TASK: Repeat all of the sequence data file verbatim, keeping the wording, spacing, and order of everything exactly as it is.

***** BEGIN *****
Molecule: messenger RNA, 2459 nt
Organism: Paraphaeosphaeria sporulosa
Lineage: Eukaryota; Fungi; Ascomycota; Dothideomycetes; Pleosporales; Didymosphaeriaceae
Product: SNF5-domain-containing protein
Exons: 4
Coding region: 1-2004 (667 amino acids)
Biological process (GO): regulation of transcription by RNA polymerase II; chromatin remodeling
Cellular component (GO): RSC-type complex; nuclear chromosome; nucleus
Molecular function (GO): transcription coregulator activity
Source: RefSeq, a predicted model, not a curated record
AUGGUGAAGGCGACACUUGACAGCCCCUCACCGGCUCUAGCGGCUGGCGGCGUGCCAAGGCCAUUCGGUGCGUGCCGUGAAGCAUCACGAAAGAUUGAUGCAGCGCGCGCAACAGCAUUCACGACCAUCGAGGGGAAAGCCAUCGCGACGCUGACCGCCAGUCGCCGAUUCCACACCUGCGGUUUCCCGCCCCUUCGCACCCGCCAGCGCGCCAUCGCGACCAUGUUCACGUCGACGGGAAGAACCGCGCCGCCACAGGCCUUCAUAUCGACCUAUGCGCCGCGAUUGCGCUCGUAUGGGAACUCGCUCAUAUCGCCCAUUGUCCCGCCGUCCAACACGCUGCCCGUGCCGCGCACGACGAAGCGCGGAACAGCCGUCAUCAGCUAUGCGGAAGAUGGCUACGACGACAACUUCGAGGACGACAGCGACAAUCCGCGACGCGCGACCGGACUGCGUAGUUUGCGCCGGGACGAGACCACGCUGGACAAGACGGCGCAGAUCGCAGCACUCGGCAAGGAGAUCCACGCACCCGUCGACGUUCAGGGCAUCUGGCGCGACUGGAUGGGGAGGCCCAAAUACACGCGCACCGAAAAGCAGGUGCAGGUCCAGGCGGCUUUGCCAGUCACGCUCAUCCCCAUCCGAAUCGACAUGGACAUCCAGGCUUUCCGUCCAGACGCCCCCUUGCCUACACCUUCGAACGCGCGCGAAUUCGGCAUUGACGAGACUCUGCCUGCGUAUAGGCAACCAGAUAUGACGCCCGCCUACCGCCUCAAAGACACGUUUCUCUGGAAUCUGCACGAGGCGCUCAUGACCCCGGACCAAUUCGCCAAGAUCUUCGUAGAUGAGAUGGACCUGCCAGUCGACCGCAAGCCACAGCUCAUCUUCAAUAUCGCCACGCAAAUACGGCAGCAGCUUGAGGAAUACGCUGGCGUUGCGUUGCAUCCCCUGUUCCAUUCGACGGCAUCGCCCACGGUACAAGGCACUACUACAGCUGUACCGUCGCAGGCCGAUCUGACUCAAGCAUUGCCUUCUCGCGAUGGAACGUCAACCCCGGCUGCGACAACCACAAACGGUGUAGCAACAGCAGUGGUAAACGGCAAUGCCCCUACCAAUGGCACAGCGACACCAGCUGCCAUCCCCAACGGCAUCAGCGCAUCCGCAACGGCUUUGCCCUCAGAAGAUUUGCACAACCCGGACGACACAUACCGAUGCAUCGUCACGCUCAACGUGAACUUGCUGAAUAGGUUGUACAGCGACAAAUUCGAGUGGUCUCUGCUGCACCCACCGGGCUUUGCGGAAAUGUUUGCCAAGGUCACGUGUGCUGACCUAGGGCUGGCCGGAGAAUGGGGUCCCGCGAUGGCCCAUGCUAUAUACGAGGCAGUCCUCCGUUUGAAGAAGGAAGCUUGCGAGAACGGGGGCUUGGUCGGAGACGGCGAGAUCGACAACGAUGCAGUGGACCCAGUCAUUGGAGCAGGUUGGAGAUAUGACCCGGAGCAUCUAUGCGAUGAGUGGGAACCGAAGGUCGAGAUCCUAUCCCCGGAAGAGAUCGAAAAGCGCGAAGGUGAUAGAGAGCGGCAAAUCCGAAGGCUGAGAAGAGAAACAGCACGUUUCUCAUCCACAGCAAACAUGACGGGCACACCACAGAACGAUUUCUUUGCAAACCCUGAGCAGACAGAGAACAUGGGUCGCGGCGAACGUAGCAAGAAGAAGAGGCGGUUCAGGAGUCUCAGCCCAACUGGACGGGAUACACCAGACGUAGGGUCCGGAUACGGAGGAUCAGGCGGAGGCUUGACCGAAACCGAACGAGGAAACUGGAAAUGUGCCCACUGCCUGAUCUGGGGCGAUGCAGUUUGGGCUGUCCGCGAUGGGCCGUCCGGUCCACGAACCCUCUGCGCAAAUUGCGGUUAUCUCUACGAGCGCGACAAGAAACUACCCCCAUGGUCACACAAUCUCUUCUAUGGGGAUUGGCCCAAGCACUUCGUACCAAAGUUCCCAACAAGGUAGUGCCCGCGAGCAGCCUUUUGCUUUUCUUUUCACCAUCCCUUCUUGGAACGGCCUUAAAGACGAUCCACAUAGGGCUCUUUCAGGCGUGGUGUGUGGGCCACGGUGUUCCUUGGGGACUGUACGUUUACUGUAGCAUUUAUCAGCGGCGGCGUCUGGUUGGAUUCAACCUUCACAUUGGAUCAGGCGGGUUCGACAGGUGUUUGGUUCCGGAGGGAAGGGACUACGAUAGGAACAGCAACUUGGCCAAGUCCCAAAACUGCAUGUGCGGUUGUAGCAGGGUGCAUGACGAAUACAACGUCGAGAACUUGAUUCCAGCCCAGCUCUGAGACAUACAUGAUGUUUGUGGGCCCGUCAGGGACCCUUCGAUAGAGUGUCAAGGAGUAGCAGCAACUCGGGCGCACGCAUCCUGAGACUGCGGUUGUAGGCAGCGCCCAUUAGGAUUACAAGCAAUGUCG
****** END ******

Molecule: messenger RNA, 2459 nt
Organism: Paraphaeosphaeria sporulosa
Lineage: Eukaryota; Fungi; Ascomycota; Dothideomycetes; Pleosporales; Didymosphaeriaceae
Product: SNF5-domain-containing protein
Exons: 4
Coding region: 1-2004 (667 amino acids)
Biological process (GO): regulation of transcription by RNA polymerase II; chromatin remodeling
Cellular component (GO): RSC-type complex; nuclear chromosome; nucleus
Molecular function (GO): transcription coregulator activity
Source: RefSeq, a predicted model, not a curated record
AUGGUGAAGGCGACACUUGACAGCCCCUCACCGGCUCUAGCGGCUGGCGGCGUGCCAAGGCCAUUCGGUGCGUGCCGUGAAGCAUCACGAAAGAUUGAUGCAGCGCGCGCAACAGCAUUCACGACCAUCGAGGGGAAAGCCAUCGCGACGCUGACCGCCAGUCGCCGAUUCCACACCUGCGGUUUCCCGCCCCUUCGCACCCGCCAGCGCGCCAUCGCGACCAUGUUCACGUCGACGGGAAGAACCGCGCCGCCACAGGCCUUCAUAUCGACCUAUGCGCCGCGAUUGCGCUCGUAUGGGAACUCGCUCAUAUCGCCCAUUGUCCCGCCGUCCAACACGCUGCCCGUGCCGCGCACGACGAAGCGCGGAACAGCCGUCAUCAGCUAUGCGGAAGAUGGCUACGACGACAACUUCGAGGACGACAGCGACAAUCCGCGACGCGCGACCGGACUGCGUAGUUUGCGCCGGGACGAGACCACGCUGGACAAGACGGCGCAGAUCGCAGCACUCGGCAAGGAGAUCCACGCACCCGUCGACGUUCAGGGCAUCUGGCGCGACUGGAUGGGGAGGCCCAAAUACACGCGCACCGAAAAGCAGGUGCAGGUCCAGGCGGCUUUGCCAGUCACGCUCAUCCCCAUCCGAAUCGACAUGGACAUCCAGGCUUUCCGUCCAGACGCCCCCUUGCCUACACCUUCGAACGCGCGCGAAUUCGGCAUUGACGAGACUCUGCCUGCGUAUAGGCAACCAGAUAUGACGCCCGCCUACCGCCUCAAAGACACGUUUCUCUGGAAUCUGCACGAGGCGCUCAUGACCCCGGACCAAUUCGCCAAGAUCUUCGUAGAUGAGAUGGACCUGCCAGUCGACCGCAAGCCACAGCUCAUCUUCAAUAUCGCCACGCAAAUACGGCAGCAGCUUGAGGAAUACGCUGGCGUUGCGUUGCAUCCCCUGUUCCAUUCGACGGCAUCGCCCACGGUACAAGGCACUACUACAGCUGUACCGUCGCAGGCCGAUCUGACUCAAGCAUUGCCUUCUCGCGAUGGAACGUCAACCCCGGCUGCGACAACCACAAACGGUGUAGCAACAGCAGUGGUAAACGGCAAUGCCCCUACCAAUGGCACAGCGACACCAGCUGCCAUCCCCAACGGCAUCAGCGCAUCCGCAACGGCUUUGCCCUCAGAAGAUUUGCACAACCCGGACGACACAUACCGAUGCAUCGUCACGCUCAACGUGAACUUGCUGAAUAGGUUGUACAGCGACAAAUUCGAGUGGUCUCUGCUGCACCCACCGGGCUUUGCGGAAAUGUUUGCCAAGGUCACGUGUGCUGACCUAGGGCUGGCCGGAGAAUGGGGUCCCGCGAUGGCCCAUGCUAUAUACGAGGCAGUCCUCCGUUUGAAGAAGGAAGCUUGCGAGAACGGGGGCUUGGUCGGAGACGGCGAGAUCGACAACGAUGCAGUGGACCCAGUCAUUGGAGCAGGUUGGAGAUAUGACCCGGAGCAUCUAUGCGAUGAGUGGGAACCGAAGGUCGAGAUCCUAUCCCCGGAAGAGAUCGAAAAGCGCGAAGGUGAUAGAGAGCGGCAAAUCCGAAGGCUGAGAAGAGAAACAGCACGUUUCUCAUCCACAGCAAACAUGACGGGCACACCACAGAACGAUUUCUUUGCAAACCCUGAGCAGACAGAGAACAUGGGUCGCGGCGAACGUAGCAAGAAGAAGAGGCGGUUCAGGAGUCUCAGCCCAACUGGACGGGAUACACCAGACGUAGGGUCCGGAUACGGAGGAUCAGGCGGAGGCUUGACCGAAACCGAACGAGGAAACUGGAAAUGUGCCCACUGCCUGAUCUGGGGCGAUGCAGUUUGGGCUGUCCGCGAUGGGCCGUCCGGUCCACGAACCCUCUGCGCAAAUUGCGGUUAUCUCUACGAGCGCGACAAGAAACUACCCCCAUGGUCACACAAUCUCUUCUAUGGGGAUUGGCCCAAGCACUUCGUACCAAAGUUCCCAACAAGGUAGUGCCCGCGAGCAGCCUUUUGCUUUUCUUUUCACCAUCCCUUCUUGGAACGGCCUUAAAGACGAUCCACAUAGGGCUCUUUCAGGCGUGGUGUGUGGGCCACGGUGUUCCUUGGGGACUGUACGUUUACUGUAGCAUUUAUCAGCGGCGGCGUCUGGUUGGAUUCAACCUUCACAUUGGAUCAGGCGGGUUCGACAGGUGUUUGGUUCCGGAGGGAAGGGACUACGAUAGGAACAGCAACUUGGCCAAGUCCCAAAACUGCAUGUGCGGUUGUAGCAGGGUGCAUGACGAAUACAACGUCGAGAACUUGAUUCCAGCCCAGCUCUGAGACAUACAUGAUGUUUGUGGGCCCGUCAGGGACCCUUCGAUAGAGUGUCAAGGAGUAGCAGCAACUCGGGCGCACGCAUCCUGAGACUGCGGUUGUAGGCAGCGCCCAUUAGGAUUACAAGCAAUGUCG